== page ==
A landmark bill currently in front of the U.S. Congress could change the game for environmental justice in the country. Two key provisions: an annual US$75 million in funding to improve public health in disadvantaged communities, and taxing the fossil sector in order to support fossil-dependent workers and communities in the transition to green jobs.
With President Joe Biden in the White House and a slim majority in the House of Representatives and Senate, advocates are “exceedingly optimistic” that the bill will pass, reports Grist. Along with added funding, the Environmental Justice for All Act will also “codify and make enforceable a long-standing executive order on environmental justice that then-president Bill Clinton signed in 1994.” To date, Grist notes, federal agencies have rarely followed through on that order’s requirement to “develop plans to remedy environmental injustice.”
Rep. Aston Donald McEachin (D) of Virginia, who co-authored the act and reintroduced it to Congress last week with Rep. Raúl Grijalva (D) of Arizona, told Grist that while he anticipates the need to negotiate, he has “high hopes” that the bill will pass in both the House and the Senate.
“Will compromise be involved? Certainly. But prayerfully, the bedrock principles of the bill will survive and go to the president’s desk, and be signed, and start the process of helping these communities who for so long have been disenfranchised, and for so long been the subject of environmental injustice,” he said.
The work of reintroducing the bill in the Senate, meanwhile, was taken on by Sen. Tammy Duckworth (D-IL), co-chair and co-founder of the Senate’s first environmental justice caucus. She also chairs the Senate Environment and Public Works Subcommittee on Fisheries, Water and Wildlife, “which has jurisdiction over the Safe Drinking Water Act and the Clean Water Act,” Grist writes.
Before reintroducing the act to American lawmakers, McEachin and Duckworth wrote to Biden urging him to commit to eight key actions to redress environmental injustice issues. The list included creation of a climate justice resiliency fund, administered by the U.S. Environmental Protection Agency, that would help disadvantaged and BIPOC communities weather climate impacts and establish themselves as part of a thriving green economy.
They also urged Biden to make pollution reduction mandatory.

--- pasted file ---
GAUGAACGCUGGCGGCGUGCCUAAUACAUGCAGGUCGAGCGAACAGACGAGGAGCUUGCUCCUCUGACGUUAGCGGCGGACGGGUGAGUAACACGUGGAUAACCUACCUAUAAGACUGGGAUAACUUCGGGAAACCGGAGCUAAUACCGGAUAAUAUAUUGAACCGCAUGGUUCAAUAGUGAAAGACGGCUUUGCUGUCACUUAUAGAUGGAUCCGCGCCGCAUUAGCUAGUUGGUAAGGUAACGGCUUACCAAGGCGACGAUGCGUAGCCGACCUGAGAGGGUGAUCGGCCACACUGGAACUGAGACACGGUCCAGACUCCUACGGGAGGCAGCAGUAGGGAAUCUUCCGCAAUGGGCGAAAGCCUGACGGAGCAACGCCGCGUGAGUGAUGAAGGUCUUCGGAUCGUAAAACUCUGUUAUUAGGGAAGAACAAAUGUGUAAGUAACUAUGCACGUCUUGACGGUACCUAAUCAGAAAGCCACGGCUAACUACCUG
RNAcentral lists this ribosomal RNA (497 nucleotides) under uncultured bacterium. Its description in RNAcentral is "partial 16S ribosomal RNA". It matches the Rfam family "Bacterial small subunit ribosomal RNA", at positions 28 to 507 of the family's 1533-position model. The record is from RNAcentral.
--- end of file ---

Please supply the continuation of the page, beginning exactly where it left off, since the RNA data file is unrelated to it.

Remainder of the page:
“I wanted to make sure that we come to an agreement,” Duckworth told Grist. “That’s why I sent the letter that I did—that we agree on the fundamental precept that every American has the right to breathe safe air, drink clean water, and live on uncontaminated land regardless of their zip code, how wealthy they are, the colour of their skin.”
Grist says another provision in the act is intended to “empower private citizens and organizations to seek legal remedies when a federal program, policy, or practice has discriminatory effects,” while another will require federal agencies to consider cumulative environmental impacts when issuing permits. The act will also see new levies extracted from the fossil sector to create a Federal Energy Transition Economic Development Assistance Fund, which would in turn support fossil-dependent workers and communities in their transition into the carbon-free economy.
Noting that the act is designed to promote a concerted federal response to the climate crisis, McEachin stressed the need to recognize that different communities within the United States have different levels and forms of need.
“They face different challenges,” he said. “So it’s important that we empower them to be able to help themselves and make sure that the federal government is in a place, agency by agency, to help them, as well.”
Inside Climate News says the desire to redress environmental injustice is also apparent in Biden’s $1.9-trillion pandemic rescue plan, which includes both an “‘unprecedented’ $100 million in funding for action on air pollution and environmental health risks in marginalized communities” and $30.5 billion to help resuscitate the mass transit systems that have been devastated by the pandemic.